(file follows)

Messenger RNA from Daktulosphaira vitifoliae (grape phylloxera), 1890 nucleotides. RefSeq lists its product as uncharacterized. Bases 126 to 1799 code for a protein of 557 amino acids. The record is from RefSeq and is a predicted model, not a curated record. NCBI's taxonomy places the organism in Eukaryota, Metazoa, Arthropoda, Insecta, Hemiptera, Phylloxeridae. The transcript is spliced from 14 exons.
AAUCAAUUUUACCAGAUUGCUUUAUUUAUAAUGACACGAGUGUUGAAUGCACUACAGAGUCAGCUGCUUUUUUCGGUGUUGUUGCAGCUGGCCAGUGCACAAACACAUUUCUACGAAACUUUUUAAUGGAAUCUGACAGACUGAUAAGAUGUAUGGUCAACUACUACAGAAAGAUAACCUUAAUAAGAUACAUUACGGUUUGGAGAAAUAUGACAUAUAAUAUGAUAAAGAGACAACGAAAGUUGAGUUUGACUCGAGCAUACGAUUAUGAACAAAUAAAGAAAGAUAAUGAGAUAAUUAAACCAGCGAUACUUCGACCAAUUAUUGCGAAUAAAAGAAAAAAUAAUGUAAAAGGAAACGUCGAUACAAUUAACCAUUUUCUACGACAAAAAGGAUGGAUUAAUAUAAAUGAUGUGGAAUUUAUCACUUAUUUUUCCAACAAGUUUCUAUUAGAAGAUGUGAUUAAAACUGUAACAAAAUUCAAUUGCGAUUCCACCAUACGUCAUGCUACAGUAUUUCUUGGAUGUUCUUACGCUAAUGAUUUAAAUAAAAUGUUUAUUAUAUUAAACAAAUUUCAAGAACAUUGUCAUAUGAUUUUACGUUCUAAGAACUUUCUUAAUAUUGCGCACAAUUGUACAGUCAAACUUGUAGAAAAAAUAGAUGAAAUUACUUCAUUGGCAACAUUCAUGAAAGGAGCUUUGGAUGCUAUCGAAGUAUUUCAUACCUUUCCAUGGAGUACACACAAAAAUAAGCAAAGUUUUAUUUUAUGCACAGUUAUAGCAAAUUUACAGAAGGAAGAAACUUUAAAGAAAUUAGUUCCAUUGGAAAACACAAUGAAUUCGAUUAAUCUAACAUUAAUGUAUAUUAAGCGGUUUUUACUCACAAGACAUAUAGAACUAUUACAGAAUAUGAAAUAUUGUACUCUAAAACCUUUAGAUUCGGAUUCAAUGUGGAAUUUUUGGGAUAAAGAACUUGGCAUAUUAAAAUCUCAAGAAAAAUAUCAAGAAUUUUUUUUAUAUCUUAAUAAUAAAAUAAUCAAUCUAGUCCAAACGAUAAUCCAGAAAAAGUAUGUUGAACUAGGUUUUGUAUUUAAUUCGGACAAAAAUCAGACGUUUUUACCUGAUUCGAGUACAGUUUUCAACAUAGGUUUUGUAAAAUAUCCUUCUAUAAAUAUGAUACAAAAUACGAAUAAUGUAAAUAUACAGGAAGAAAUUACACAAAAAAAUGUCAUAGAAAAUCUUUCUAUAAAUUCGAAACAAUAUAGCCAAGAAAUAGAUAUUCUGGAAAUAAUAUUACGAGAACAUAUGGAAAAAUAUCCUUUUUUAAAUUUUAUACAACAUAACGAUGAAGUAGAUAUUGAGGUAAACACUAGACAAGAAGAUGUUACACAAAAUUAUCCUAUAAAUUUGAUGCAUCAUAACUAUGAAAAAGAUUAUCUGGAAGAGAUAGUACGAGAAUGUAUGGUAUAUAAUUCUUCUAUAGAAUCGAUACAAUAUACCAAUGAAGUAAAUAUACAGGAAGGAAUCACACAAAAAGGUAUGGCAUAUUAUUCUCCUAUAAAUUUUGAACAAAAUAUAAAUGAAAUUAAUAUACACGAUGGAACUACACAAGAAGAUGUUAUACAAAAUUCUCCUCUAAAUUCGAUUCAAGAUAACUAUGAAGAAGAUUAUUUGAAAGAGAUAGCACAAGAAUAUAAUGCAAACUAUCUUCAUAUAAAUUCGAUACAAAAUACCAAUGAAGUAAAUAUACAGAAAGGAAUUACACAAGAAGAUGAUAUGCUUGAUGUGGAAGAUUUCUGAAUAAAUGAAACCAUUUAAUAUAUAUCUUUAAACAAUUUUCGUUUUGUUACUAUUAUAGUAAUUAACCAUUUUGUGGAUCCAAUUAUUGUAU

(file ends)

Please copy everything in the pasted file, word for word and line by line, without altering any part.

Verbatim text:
Messenger RNA from Daktulosphaira vitifoliae (grape phylloxera), 1890 nucleotides. RefSeq lists its product as uncharacterized. Bases 126 to 1799 code for a protein of 557 amino acids. The record is from RefSeq and is a predicted model, not a curated record. NCBI's taxonomy places the organism in Eukaryota, Metazoa, Arthropoda, Insecta, Hemiptera, Phylloxeridae. The transcript is spliced from 14 exons.
AAUCAAUUUUACCAGAUUGCUUUAUUUAUAAUGACACGAGUGUUGAAUGCACUACAGAGUCAGCUGCUUUUUUCGGUGUUGUUGCAGCUGGCCAGUGCACAAACACAUUUCUACGAAACUUUUUAAUGGAAUCUGACAGACUGAUAAGAUGUAUGGUCAACUACUACAGAAAGAUAACCUUAAUAAGAUACAUUACGGUUUGGAGAAAUAUGACAUAUAAUAUGAUAAAGAGACAACGAAAGUUGAGUUUGACUCGAGCAUACGAUUAUGAACAAAUAAAGAAAGAUAAUGAGAUAAUUAAACCAGCGAUACUUCGACCAAUUAUUGCGAAUAAAAGAAAAAAUAAUGUAAAAGGAAACGUCGAUACAAUUAACCAUUUUCUACGACAAAAAGGAUGGAUUAAUAUAAAUGAUGUGGAAUUUAUCACUUAUUUUUCCAACAAGUUUCUAUUAGAAGAUGUGAUUAAAACUGUAACAAAAUUCAAUUGCGAUUCCACCAUACGUCAUGCUACAGUAUUUCUUGGAUGUUCUUACGCUAAUGAUUUAAAUAAAAUGUUUAUUAUAUUAAACAAAUUUCAAGAACAUUGUCAUAUGAUUUUACGUUCUAAGAACUUUCUUAAUAUUGCGCACAAUUGUACAGUCAAACUUGUAGAAAAAAUAGAUGAAAUUACUUCAUUGGCAACAUUCAUGAAAGGAGCUUUGGAUGCUAUCGAAGUAUUUCAUACCUUUCCAUGGAGUACACACAAAAAUAAGCAAAGUUUUAUUUUAUGCACAGUUAUAGCAAAUUUACAGAAGGAAGAAACUUUAAAGAAAUUAGUUCCAUUGGAAAACACAAUGAAUUCGAUUAAUCUAACAUUAAUGUAUAUUAAGCGGUUUUUACUCACAAGACAUAUAGAACUAUUACAGAAUAUGAAAUAUUGUACUCUAAAACCUUUAGAUUCGGAUUCAAUGUGGAAUUUUUGGGAUAAAGAACUUGGCAUAUUAAAAUCUCAAGAAAAAUAUCAAGAAUUUUUUUUAUAUCUUAAUAAUAAAAUAAUCAAUCUAGUCCAAACGAUAAUCCAGAAAAAGUAUGUUGAACUAGGUUUUGUAUUUAAUUCGGACAAAAAUCAGACGUUUUUACCUGAUUCGAGUACAGUUUUCAACAUAGGUUUUGUAAAAUAUCCUUCUAUAAAUAUGAUACAAAAUACGAAUAAUGUAAAUAUACAGGAAGAAAUUACACAAAAAAAUGUCAUAGAAAAUCUUUCUAUAAAUUCGAAACAAUAUAGCCAAGAAAUAGAUAUUCUGGAAAUAAUAUUACGAGAACAUAUGGAAAAAUAUCCUUUUUUAAAUUUUAUACAACAUAACGAUGAAGUAGAUAUUGAGGUAAACACUAGACAAGAAGAUGUUACACAAAAUUAUCCUAUAAAUUUGAUGCAUCAUAACUAUGAAAAAGAUUAUCUGGAAGAGAUAGUACGAGAAUGUAUGGUAUAUAAUUCUUCUAUAGAAUCGAUACAAUAUACCAAUGAAGUAAAUAUACAGGAAGGAAUCACACAAAAAGGUAUGGCAUAUUAUUCUCCUAUAAAUUUUGAACAAAAUAUAAAUGAAAUUAAUAUACACGAUGGAACUACACAAGAAGAUGUUAUACAAAAUUCUCCUCUAAAUUCGAUUCAAGAUAACUAUGAAGAAGAUUAUUUGAAAGAGAUAGCACAAGAAUAUAAUGCAAACUAUCUUCAUAUAAAUUCGAUACAAAAUACCAAUGAAGUAAAUAUACAGAAAGGAAUUACACAAGAAGAUGAUAUGCUUGAUGUGGAAGAUUUCUGAAUAAAUGAAACCAUUUAAUAUAUAUCUUUAAACAAUUUUCGUUUUGUUACUAUUAUAGUAAUUAACCAUUUUGUGGAUCCAAUUAUUGUAU